I am doing the 31 Days of Horror Challenge. Every day in October, I will watch a different horror film I have never seen before and write about it here on the blog.
There is a difference between a film being economical in its storytelling and one that rushes through its story and character beats to jam as many plot points as possible into a ninety-minute running time. The filmmakers behind Wake Wood do not understand that difference. Or maybe they just don’t care that their film feels like it’s on fast-forward.
Patrick (Aidan Gillen) and Louise (Eva Birthistle) wake up on the morning of their daughter Alice’s (Ella Connolly) ninth birthday with their entire lives ahead of them. The give her presents, shower her with affection and send her on her way to school. But Alice takes a detour on her way to school to feed a dog. The dog attacks and kills Alice in a surprisingly graphic sequence.
The story flashes forward several months. Patrick and Louise have moved to the small Irish village of Wakewood. Patrick works as the town veterinarian, running the local practice for semi-retired Arthur (Timothy Spall), and Louise opens a pharmacy. When Louise accidentally witnesses a strange ceremony involving Arthur and other residents of the town that results in what looks like the birth of a full grown man, an unexpected offer lands in the lap of the couple. Arthur explains that he has the ability to return Alice to them for three days to have a proper farewell. Patrick is hesitant because his form of mourning has him trying to move on with his life, but Louise is eager to take the offer. Trying to give his wife closure, Patrick agrees and the ceremony is successfully performed with Alice returned to them in seemingly perfect condition. But the more time they spend with her, Patrick and Louise notice something is off about their daughter. When they start finding animals killed around their home and the homes of their neighbors, the couple wonders if Alice may have come back from the dead as something other than their sweet little girl.
The screenplay for Wake Wood is credited to Brendan McCarthy and director David Keating, with McCarthy receiving story credit. Stephen King may take exception to that claim. For much of the film, I felt like I was watching a new adaptation of Pet Sematary with an Irish twist. I’m not saying that the filmmakers consciously ripped off King’s novel, but many of the second and third act twists are going to feel very familiar to anyone who has read the book or seen the 1989 film adaptation.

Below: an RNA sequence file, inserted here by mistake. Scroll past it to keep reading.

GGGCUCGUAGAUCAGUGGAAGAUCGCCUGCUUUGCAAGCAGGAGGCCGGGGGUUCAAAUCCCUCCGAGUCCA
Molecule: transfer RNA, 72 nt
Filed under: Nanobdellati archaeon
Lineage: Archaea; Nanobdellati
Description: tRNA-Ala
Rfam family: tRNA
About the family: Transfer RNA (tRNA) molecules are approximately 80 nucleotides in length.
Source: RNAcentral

But I’m not sure that King would even want to claim credit for Wake Wood. It’s a film of zero surprises that tramples over any moment of dramatic resonance on its way to the next uninspired plot twist. This is a problem when much of the film’s drama in the first act is supposed to spring from the strain Alice’s death has put on Patrick and Louise’s marriage. Patrick’s ultimate decision to move forward with bringing Alice back is spurred by Louise’s decision to leave him. But the grief, resentment, desperation, and anger Louise feels is never given time to develop. Birthistle tries to give Louise a shell-shocked personality, but she doesn’t stand a chance against some stone-eared dialogue and the choppy editing employed to get Alice out of the grave and possibly slaughtering animals as soon as possible.
This movie frustrated the hell out of me. Looking past the lack of originality at its premise, it had potential. But aside from a superior scene highlighting the grisly nature of the ceremony used to return loved ones from the dead, Keating refuses to get out of the way and let any of the scenes breathe. Despite the quite lengthy journey Patrick and Louise take from the film’s beginning to end, I felt that I didn’t know them at all. The second any scene seems to be giving the characters a moment to breathe and reveal something about their personalities, Keating abruptly cuts away to a cheap shock or a different character explaining away their motivation with a quick, stilted line. This is a movie made for people with short attention spans by people with short attention spans. And it’s as bad as that description makes it sound.
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